So if you are ever flying through this part of England, at perhaps a hundred plus miles an hour, sit back and imagine what it was like all those years ago. Try to absorb the history of what has been before and the outstanding buildings which go with each and every hunting country you travel through. The Minster Church of St George at Doncaster, York Minster herself and further up, but not on this occasion for me, the beauty of Durham Cathedral. I alighted from my train at Darlington just short of the historical city itself. Darlington lies on the borders of the Zetland and the South Durham and is ideally placed for a day with both packs. Although the two hunting Countries are very different the support for our activities in this part of the World is outstanding. I had already picked up on this from a previous trip to the South Durham where it soon became very clear that cooperation came from every angle of society imaginable. It was no different at the Zetland as I was to find out that evening at their Hunt Dinner as well as the next day at their last meet where we most generously entertained by former Master Jamie Cameron and his wife Carolyn.
The Zetland country is centred round the Tees Valley and is extremely picturesque with rolling hills and valleys and very little sign of urbanisation. The hounds have been hunted here by professional Huntsman David Jukes since 1996. He knows the country well and his hounds are a credit to him. They were blessed at the Meet, and whether it was this that did the trick or not, we will never know, but they were very switched on and had been observing everything around them whilst all the pleasantries had been exchanged. Within two minutes they were away in full cry down the valley below the Meet with the mounted field struggling to keep up with them. The first hunt came to as swift conclusion but for the rest of the day they were busy keeping the large field well occupied. It was a real pleasure to meet old friends again, some of whom I have not seen for many years. Although it was not that long since I last saw him, it was particularly nice to see David Wallace, son of the late Ronnie and Rosie Wallace. David and his wife Emma live in the Pendle Forest and Craven Country and hunt with the many different packs of hounds in that part of the north. Meeting up with both of them reminded me of the many happy occasions when our two families got together.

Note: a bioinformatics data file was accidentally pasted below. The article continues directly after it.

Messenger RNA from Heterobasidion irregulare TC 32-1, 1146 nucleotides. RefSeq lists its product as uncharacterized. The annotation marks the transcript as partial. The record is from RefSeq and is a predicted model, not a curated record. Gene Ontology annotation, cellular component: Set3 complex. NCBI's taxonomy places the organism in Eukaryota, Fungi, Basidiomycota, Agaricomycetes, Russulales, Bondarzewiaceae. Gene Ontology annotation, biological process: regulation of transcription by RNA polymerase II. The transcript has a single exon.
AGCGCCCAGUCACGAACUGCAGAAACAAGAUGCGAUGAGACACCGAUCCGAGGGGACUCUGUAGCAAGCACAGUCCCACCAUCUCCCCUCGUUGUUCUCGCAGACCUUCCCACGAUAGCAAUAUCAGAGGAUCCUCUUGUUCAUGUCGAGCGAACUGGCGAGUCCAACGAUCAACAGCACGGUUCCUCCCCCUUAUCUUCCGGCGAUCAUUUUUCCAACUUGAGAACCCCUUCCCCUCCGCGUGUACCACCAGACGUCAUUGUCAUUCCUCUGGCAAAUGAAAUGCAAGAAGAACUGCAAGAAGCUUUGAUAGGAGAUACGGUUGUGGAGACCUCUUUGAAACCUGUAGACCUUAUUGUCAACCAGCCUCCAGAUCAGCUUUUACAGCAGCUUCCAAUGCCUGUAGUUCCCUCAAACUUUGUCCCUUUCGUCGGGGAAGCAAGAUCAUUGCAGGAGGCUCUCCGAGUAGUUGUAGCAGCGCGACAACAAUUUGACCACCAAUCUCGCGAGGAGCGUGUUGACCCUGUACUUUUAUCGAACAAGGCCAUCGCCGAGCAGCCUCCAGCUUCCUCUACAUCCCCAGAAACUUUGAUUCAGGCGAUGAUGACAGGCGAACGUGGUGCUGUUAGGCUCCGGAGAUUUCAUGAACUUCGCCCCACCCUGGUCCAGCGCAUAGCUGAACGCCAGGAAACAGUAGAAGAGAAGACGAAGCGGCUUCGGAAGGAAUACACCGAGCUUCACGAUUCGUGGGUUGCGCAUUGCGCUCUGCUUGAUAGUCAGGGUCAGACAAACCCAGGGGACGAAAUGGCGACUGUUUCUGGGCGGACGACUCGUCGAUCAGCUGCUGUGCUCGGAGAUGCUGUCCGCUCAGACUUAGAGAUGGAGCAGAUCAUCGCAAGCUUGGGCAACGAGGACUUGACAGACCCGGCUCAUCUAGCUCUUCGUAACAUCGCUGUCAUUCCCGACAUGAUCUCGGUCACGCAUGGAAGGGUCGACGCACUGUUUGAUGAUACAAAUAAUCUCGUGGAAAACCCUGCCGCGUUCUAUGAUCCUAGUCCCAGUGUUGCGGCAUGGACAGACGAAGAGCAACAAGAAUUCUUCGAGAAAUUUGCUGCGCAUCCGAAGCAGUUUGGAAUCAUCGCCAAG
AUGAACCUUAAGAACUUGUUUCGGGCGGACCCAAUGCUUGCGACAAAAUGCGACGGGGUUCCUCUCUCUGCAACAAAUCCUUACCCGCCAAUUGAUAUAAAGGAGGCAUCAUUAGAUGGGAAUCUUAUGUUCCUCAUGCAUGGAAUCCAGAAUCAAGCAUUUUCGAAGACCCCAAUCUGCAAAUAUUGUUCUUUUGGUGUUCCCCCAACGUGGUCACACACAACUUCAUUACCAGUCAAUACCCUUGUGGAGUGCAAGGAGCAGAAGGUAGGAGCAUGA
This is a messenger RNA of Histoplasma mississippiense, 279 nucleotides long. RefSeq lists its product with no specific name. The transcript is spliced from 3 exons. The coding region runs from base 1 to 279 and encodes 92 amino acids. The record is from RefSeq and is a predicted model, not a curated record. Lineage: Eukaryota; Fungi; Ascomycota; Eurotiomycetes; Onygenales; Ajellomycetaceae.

Well it was soon back on the train again so that I could be at the Burton in time for their end of season party at the Kennels. Passing York Minster, the Minster Church at Doncaster, and the Cooling Towers of industrial South Yorkshire as I had done only twenty-four hours before, I had more time to reflect on how diverse hunting England really is and how pleasant hunting people really are. Arriving in Lincoln the sun was beaming down on the Cathedral, making her look her best and within ten minutes there before my eyes were the Burton Hounds hacking home for the last time of the 2015/2016 Season. Two very different packs of hounds two very different countries but united by people who have a love for what hunting England truly represents.